There’s one genre that seems to be rushing to adopt the Oculus Rift – Racing Simulations. iRacing, LFS and Assetto Corsa all now support the Rift, we take a look.

Overtaking Other Genres

If there’s one group of gamers who demonstrate calm and quiet fanatacism it’s racing sim fans. The search for realism in an effort to replicate the thrill of tearing round a track at breakneck speeds can be a descent into the question for perfection. Pedals, Steering Wheels, Racing Seats and even Full Motion rigs are available for those dedicated enough but one surprisingly cost effective accessory seems to be catching the imaginations of both Racing Sim developers and Users alike.

Currently, every major racing sim title on the PC can be played in one form or another in VR with the Oculus Rift and most are actively developing native support. We summarise the current state of the Rift-Racer in this handy round up.


The most successful Sim Racer, iRacing attracts paid subscribers in their thousands from around the world who race online with one another. Famed for its realism and the dedication of its fans, iRacing is the premier title for realistic Racing gaming. It’s also supported the Oculus Rift in steady increments for months. Only relatively recently however has the alpha version moved to beta in releases ‘normal’ iRacing subscribers can access.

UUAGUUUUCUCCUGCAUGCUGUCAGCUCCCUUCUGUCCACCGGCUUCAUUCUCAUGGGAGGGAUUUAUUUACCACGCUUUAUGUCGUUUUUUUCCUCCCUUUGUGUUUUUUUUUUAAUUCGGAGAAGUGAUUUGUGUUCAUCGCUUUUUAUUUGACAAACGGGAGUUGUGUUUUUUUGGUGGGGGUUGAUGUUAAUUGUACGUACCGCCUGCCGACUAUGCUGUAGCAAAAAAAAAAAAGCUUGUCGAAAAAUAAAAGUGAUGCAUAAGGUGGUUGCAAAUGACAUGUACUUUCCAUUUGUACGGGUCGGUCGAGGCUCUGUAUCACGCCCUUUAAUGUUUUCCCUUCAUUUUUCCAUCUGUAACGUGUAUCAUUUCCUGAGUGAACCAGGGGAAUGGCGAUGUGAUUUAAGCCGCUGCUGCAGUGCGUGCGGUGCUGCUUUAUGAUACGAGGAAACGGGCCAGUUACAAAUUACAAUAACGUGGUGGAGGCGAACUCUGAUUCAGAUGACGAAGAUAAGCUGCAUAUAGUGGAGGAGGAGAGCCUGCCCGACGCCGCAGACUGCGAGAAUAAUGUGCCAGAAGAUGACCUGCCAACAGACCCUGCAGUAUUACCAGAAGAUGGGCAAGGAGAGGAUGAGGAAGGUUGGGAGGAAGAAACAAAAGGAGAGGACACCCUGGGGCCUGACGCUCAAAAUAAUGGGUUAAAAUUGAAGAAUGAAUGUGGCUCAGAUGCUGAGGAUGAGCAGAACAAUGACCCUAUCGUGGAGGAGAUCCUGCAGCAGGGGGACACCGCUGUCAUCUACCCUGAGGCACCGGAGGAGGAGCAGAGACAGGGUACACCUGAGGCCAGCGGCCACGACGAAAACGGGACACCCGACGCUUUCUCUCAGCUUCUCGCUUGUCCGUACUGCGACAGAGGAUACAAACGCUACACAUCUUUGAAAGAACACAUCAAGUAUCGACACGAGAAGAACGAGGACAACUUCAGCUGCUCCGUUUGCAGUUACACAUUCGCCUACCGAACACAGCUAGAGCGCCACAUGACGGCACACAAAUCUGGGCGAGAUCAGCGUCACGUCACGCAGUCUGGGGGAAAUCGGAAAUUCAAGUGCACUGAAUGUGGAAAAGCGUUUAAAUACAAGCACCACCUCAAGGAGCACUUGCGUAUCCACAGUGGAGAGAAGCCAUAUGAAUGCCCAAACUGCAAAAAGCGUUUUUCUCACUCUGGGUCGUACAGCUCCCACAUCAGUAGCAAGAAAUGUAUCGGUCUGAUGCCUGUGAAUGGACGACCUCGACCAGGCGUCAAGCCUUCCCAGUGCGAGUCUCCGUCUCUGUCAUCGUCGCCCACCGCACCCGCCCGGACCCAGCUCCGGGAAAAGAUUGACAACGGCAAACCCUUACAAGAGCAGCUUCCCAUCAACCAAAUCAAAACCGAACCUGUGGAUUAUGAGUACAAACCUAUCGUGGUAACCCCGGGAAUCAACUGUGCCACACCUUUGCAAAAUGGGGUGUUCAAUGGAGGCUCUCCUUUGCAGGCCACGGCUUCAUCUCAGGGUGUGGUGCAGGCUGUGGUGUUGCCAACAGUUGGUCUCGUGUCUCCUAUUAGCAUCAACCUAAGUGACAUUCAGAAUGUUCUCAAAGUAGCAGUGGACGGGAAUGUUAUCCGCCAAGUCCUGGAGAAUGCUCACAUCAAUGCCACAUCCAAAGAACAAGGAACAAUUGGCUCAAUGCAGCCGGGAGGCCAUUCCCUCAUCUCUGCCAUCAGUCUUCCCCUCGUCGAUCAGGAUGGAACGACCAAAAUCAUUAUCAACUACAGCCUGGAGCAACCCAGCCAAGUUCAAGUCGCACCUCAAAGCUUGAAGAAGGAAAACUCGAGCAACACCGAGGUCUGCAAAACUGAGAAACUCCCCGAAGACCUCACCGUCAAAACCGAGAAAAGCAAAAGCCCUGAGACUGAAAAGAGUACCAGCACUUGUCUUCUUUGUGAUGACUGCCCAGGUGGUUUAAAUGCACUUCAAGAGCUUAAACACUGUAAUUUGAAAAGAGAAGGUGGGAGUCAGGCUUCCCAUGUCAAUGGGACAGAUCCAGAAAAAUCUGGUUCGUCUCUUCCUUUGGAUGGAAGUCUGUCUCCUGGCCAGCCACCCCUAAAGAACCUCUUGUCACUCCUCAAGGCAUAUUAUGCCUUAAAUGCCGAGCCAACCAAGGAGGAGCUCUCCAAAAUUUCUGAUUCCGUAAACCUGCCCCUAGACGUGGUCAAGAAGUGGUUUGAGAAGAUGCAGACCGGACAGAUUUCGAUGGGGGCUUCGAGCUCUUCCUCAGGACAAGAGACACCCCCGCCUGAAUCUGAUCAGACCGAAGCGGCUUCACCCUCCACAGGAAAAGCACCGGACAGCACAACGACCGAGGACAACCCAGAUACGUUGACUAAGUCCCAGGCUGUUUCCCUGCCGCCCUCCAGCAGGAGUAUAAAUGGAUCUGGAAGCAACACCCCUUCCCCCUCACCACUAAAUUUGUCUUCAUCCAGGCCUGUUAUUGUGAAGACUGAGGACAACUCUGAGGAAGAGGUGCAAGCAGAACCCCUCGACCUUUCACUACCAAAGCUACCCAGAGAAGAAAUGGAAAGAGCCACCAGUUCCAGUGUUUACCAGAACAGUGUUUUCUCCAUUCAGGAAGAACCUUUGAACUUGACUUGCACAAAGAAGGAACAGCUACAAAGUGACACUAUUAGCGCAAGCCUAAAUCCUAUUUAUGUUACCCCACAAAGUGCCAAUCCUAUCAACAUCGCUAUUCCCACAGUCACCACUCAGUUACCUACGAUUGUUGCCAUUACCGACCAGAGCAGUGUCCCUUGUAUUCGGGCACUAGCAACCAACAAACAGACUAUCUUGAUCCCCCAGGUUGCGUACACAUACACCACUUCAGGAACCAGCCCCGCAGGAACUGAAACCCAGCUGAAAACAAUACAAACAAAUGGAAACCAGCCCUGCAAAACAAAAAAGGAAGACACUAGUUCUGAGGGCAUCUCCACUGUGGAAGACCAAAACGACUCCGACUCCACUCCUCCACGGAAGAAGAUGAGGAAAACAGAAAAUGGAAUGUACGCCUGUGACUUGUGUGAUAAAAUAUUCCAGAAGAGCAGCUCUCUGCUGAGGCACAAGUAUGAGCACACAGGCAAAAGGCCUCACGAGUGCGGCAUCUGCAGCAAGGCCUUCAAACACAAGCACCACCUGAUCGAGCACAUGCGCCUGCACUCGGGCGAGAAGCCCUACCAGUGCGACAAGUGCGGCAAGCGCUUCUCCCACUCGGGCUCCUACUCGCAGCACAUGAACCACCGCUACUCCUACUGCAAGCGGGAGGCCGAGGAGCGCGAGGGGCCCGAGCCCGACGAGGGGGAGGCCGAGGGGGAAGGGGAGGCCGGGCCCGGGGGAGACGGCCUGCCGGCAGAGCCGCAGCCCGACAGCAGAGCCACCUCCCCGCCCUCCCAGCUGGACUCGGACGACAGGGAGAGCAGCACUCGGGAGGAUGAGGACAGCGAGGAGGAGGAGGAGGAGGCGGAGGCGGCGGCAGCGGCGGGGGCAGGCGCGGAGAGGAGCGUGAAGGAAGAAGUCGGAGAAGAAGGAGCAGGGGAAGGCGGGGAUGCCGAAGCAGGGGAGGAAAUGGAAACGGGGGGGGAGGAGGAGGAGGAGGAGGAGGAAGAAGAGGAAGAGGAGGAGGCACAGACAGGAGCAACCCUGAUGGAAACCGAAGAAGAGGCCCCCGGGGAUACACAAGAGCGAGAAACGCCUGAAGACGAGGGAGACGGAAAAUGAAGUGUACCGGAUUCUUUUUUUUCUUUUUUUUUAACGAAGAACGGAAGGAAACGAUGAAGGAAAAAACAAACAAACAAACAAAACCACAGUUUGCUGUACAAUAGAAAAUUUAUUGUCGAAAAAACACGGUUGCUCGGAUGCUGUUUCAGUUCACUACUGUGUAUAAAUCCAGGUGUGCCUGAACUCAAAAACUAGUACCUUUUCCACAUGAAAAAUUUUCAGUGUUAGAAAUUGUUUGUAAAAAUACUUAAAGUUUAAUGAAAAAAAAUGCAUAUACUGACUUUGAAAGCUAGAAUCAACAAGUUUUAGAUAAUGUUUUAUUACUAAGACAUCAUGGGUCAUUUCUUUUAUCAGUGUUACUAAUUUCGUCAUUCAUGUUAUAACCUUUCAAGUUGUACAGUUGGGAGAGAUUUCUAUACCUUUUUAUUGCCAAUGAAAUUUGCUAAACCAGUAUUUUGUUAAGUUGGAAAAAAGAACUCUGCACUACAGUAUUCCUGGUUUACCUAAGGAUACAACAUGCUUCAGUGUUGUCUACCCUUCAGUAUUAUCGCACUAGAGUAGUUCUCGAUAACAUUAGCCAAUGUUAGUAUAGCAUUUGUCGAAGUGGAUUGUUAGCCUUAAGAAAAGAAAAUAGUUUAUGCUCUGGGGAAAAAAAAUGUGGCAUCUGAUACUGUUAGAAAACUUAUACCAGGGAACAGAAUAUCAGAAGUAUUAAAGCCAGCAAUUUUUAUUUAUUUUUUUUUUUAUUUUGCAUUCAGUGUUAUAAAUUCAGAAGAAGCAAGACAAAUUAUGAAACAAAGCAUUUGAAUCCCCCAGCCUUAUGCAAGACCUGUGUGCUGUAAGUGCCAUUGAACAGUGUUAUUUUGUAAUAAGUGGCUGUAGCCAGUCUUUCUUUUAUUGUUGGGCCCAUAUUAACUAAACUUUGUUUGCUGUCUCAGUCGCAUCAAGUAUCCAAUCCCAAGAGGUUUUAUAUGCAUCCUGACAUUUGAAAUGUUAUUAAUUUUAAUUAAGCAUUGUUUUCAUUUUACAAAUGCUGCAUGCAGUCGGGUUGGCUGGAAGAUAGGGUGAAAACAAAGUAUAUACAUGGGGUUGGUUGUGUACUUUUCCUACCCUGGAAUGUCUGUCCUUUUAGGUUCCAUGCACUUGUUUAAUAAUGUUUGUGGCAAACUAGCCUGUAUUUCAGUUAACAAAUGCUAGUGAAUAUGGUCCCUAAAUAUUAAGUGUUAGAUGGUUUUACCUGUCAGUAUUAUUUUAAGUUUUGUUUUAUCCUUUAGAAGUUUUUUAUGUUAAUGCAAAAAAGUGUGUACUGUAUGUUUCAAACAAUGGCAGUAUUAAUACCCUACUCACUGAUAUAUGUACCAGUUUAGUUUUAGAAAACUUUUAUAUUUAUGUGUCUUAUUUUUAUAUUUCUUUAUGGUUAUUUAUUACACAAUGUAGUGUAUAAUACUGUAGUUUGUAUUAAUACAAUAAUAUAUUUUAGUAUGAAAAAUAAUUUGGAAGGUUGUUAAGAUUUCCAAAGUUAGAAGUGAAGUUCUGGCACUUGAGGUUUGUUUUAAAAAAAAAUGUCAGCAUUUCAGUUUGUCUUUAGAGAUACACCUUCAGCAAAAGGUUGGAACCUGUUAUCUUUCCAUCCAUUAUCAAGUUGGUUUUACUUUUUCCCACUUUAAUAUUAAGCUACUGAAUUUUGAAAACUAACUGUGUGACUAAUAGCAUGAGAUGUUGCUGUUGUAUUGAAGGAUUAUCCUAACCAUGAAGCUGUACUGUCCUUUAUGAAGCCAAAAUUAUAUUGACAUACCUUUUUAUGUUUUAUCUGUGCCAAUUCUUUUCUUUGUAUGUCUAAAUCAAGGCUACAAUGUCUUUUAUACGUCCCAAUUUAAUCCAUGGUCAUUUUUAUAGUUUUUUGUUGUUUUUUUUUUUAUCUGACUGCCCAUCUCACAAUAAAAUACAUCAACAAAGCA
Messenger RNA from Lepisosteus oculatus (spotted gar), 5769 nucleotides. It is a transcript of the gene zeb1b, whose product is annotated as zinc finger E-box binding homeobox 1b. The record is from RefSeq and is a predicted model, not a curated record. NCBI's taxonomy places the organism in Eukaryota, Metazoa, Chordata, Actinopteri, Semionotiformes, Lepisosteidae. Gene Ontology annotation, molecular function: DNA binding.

iRacing development team have been used by Oculus VR recently to demonstrate their HD 1080p Prototype at various games shows around the world. It’s easy to see why as the Rift support is first rate. GUI is handled well, tracking head movement and moving menu elements into view as you glance to the extremes of your view. I’m told by a friend who’s also an iRacing nut with an Oculus Rift that resolution on the DK1 is still too low to consider the Rift as a competitive edge in racing, but that the overall experience whilst wearing the HMD is second to none.

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You can sign up to iRacing here. Oculus Rift support is still in beta at this time but is considered as stable and extremely good.

Live For Speed (LFS)

Another stalwart of the Sim Racer’s canon, Live for Speed is highly regarded. Whilst its visuals are perhaps not as polished as some of its brethren, its driving model and physics engine is still regarded as excellent and it still has legions of fans around the world. Another title with a monthly subscription model, the highest level giving you access to 20 cars and 7 tracks. But, you can download the free demo (limited to 3 cars and a single track) – Oculus Rift support is available for the demo version too.